Ha'aretz | May 26, 2001

U.S. resumes effort to prove Demjanjuk's Nazi past | Reuters

CHICAGO - U.S. prosecutors will revive the alleged Nazi past of retired auto worker John Demjanjuk in a new trial starting Tuesday in an Ohio courtroom, arguing that while he may not be the sadistic death camp guard "Ivan the Terrible," he was a henchman in the "Final Solution."

Demjanjuk, who is 81 and mentally and physically frail according to his family, could be stripped of his American citizenship for the second time in 20 years and ultimately deported - possibly to an Ukrainian jail cell.

This time, he is accused of being a guard at the Sobibor, Majdanek and Flossenburg Nazi concentration camps in Poland and Germany. He is said to have been among captured Ukrainian soldiers who volunteered to be trained for the horrific duty at the Nazi's SS-run Trawniki training facility in Poland.

Prosecutors must prove he lied about his Nazi past in 1951 to obtain a U.S. visa for himself and his wife and daughter, basing their case on evidence such as a sworn statement from a now-dead Ukrainian who was a guard at the same Nazi camps.

"Our goal is deportation," said a Justice Department spokesman.

Demjanjuk, whose alibi has shifted several times over two decades of accusations, has claimed he was a conscript in the Soviet army captured by the Germans in the Crimea in 1941 who spent much of the war as a prisoner of war.

He has said he lied to avoid being returned to the Soviet Union, where he feared he would be persecuted.

It was not clear if Demjanjuk will testify at the civil proceeding to be overseen by U.S. District Judge Paul Matia in Cleveland, which could take up to four weeks. Matia will decide the case.

Prosecutors were expected to rely on evidence such as a "protocol" from fellow-Ukrainian Ignat Danilchenko, who died in Russia in 1985. He recalled "Dem'yanyuk (sic)" as an efficient death camp guard who helped round up Jews. Danilchenko cannot be cross-examined on the role of the guards in "Operation Reinhard," the Polish arm of Adolf Hitler's "Final Solution" that culminated in the genocide of 6 million Jews.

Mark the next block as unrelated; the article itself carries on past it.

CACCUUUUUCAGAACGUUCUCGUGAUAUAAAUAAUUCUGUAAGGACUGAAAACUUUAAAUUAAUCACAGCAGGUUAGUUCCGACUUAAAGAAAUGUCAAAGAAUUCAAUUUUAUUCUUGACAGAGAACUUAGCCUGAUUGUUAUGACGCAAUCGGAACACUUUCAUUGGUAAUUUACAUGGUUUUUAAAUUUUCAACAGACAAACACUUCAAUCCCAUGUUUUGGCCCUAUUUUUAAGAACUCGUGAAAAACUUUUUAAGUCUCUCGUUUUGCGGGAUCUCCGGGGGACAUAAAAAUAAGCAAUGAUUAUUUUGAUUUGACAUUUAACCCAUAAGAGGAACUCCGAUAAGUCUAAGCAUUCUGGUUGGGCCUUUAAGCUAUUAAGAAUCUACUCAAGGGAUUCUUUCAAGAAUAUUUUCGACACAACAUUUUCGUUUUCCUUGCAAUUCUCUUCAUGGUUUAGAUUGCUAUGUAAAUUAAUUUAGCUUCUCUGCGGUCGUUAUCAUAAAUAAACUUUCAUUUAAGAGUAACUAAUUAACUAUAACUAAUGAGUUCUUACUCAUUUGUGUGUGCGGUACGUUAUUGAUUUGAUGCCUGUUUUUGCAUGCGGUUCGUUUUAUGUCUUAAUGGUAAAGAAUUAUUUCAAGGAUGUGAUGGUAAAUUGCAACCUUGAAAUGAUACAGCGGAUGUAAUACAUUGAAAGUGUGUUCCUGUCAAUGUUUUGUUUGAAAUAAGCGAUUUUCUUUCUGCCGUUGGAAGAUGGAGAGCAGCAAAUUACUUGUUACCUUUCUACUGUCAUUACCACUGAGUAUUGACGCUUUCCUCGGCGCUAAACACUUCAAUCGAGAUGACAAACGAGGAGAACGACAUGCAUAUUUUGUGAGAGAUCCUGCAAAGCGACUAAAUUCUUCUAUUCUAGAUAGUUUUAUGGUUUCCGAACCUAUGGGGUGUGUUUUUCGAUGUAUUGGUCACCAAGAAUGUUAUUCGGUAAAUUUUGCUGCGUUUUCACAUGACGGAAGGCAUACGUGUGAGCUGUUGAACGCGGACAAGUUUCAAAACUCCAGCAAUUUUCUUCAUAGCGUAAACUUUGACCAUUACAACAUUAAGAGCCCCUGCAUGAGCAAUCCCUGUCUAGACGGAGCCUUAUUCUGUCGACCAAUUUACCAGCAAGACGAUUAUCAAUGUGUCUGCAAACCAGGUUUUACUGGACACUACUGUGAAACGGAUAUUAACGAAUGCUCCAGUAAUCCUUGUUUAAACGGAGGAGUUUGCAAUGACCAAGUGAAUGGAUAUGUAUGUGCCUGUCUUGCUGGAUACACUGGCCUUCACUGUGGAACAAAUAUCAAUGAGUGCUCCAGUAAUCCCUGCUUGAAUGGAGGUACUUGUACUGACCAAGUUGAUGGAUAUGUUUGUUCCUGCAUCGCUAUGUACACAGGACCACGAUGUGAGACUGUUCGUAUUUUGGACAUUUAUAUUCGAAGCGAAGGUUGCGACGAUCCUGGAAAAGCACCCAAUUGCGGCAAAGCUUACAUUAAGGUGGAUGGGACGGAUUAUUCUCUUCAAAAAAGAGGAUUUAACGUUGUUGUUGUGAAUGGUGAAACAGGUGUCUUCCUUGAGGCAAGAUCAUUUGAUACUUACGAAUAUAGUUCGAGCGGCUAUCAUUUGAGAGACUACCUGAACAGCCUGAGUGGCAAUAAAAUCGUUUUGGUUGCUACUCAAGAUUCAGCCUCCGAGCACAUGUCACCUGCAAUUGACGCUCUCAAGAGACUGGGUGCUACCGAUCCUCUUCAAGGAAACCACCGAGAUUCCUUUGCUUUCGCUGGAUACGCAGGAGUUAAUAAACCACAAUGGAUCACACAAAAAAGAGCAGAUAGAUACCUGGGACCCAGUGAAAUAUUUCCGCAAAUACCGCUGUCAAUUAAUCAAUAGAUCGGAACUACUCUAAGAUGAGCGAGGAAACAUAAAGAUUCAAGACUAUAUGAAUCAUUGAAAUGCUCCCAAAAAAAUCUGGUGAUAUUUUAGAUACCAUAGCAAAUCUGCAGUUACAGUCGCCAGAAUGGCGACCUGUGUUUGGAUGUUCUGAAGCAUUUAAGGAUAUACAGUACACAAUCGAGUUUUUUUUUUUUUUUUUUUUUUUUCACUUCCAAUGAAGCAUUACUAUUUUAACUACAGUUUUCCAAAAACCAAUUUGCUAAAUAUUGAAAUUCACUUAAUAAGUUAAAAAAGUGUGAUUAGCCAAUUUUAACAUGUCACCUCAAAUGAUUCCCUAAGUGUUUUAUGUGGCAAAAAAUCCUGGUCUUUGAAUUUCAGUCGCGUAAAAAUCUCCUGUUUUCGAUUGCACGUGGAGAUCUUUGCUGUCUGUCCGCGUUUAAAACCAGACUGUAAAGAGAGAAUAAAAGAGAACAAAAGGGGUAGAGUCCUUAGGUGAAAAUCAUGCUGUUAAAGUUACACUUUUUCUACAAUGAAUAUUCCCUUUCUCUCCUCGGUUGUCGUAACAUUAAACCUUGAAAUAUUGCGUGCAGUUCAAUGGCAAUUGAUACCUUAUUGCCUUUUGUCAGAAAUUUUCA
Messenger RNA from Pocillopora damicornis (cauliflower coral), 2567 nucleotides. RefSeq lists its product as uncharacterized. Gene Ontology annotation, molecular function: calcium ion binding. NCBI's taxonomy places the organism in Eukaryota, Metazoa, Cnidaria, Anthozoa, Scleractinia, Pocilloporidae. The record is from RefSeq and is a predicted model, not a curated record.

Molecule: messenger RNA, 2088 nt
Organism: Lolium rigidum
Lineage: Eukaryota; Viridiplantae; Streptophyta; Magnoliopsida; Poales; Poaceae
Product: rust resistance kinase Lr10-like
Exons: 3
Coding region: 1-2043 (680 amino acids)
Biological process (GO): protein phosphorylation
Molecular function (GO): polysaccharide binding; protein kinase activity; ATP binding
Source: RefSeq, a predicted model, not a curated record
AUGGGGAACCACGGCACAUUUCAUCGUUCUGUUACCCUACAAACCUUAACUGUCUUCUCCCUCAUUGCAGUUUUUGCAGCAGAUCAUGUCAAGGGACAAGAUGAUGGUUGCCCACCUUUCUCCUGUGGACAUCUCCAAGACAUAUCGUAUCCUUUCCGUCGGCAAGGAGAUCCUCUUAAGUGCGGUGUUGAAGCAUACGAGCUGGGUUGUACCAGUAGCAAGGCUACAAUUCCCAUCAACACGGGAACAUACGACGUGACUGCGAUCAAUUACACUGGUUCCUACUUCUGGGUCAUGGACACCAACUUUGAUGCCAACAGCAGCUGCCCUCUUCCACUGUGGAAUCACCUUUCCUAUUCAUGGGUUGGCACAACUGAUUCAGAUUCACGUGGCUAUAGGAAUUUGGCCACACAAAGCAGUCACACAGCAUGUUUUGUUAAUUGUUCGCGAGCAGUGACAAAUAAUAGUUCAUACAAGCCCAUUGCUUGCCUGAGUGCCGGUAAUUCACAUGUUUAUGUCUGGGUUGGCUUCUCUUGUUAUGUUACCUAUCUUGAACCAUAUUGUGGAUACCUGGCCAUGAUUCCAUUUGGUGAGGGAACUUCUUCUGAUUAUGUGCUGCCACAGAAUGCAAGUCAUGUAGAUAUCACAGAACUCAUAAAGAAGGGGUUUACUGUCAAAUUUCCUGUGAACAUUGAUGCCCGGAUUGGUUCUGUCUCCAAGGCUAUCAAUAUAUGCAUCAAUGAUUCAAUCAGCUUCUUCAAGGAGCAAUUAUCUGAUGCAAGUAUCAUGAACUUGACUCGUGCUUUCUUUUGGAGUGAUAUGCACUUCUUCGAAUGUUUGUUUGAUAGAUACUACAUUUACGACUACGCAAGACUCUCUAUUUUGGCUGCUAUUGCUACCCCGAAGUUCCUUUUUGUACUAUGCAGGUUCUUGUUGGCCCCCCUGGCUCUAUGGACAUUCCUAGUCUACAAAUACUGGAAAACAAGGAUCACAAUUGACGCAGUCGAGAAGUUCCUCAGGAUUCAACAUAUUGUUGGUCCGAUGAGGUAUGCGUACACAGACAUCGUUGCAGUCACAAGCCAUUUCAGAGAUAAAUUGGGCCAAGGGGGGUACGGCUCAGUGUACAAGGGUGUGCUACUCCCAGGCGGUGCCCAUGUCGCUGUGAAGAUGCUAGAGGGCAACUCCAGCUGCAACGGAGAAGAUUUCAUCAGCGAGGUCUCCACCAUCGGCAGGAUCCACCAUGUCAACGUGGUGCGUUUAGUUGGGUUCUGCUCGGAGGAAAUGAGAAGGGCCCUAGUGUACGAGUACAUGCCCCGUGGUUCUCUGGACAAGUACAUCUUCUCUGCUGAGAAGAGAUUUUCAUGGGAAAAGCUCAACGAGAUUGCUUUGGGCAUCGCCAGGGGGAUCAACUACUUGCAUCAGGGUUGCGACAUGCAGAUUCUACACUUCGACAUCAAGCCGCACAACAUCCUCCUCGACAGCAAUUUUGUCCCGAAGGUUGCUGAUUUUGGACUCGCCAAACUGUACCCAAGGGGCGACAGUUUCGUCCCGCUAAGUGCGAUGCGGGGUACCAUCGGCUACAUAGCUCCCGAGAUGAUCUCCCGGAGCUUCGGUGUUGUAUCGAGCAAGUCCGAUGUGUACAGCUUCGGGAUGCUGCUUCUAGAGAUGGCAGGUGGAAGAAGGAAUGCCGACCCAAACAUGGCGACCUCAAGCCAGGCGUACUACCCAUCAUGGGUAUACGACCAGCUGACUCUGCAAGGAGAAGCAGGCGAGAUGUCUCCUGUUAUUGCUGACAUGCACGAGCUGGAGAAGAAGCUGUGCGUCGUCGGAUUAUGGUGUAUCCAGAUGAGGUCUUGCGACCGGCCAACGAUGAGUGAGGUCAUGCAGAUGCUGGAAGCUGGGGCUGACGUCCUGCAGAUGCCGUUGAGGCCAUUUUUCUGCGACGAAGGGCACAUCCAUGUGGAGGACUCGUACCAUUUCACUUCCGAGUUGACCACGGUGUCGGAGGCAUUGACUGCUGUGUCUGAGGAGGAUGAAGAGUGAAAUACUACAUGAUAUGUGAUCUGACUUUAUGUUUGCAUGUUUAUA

When first denaturalized in 1981, Demjanjuk was identified as the vicious "Ivan the Terrible" of Treblinka and was quickly extradited to Israel where he was sentenced to hang for "crimes against humanity" in a televised trial that rivaled the sensational 1961 trial of Holocaust architect Adolf Eichmann.

Among the evidence was Demjanjuk's much-scrutinized Trawniki identity card, which the defense argued was a Soviet forgery, and the eyewitness testimony of a series of graying Treblinka survivors. One after another, they pointed at Demjanjuk and identified him as the cruel guard who whipped, gouged and tortured his victims before revving the engines that fed poisonous exhaust into gas chambers where 850,000 mostly Polish Jews died in just 11 months.

But documents and sworn statements from Ukrainian Nazi recruits that emerged from the dismantled Soviet Union - some made available to U.S. prosecutors before the 1981 extradition hearing - led Israel's Supreme Court to declare Demjanjuk was not "Ivan the Terrible." The Israeli High Court, in freeing Demjanjuk in 1993 after seven years in prison, said it suspected he was a camp guard and called his alibi "a lie."

"There's a feeling that everything that could be done, was done, but ultimately the case was too complicated to make it or bring it," said Moshe Fox, an Israeli embassy spokesman in Washington. He said "extradition [to Israel] was not on the table" at this time.

Ukraine also does not want Demjanjuk back, and would probably prosecute him for war crimes if he did return, a Ukrainian government source said.

After Israel freed Demjanjuk, the U.S. Justice Department's Nazi-hunting Office of Special Investigations was vilified by a U.S. Appeals Court that had approved his extradition, saying prosecutors had behaved "recklessly" and perpetrated a "fraud on the court" for not disclosing that another man, Ivan Marchenko, was likely the sadistic guard.

The whereabouts of Marchenko remain unknown.

Demjanjuk is no longer talking, but his lawyer, Michael Tigar, recently said that Demjanjuk was once again the victim of mistaken identity. Tigar said Ukrainian officials recently interviewed the relative of another "Ivan" Demjanjuk born in the same village who was a Nazi guard.

Demjanjuk, meanwhile, rarely ventures out of his suburban Seven Hills, Ohio, bungalow, and is said to enjoy watching his six grandchildren play. His son-in-law, Ed Nishnic, complains that Demjanjuk has been impoverished and devastated by a persecuting U.S. government. Demjanjuk's $5 million lawsuit against the government was dismissed.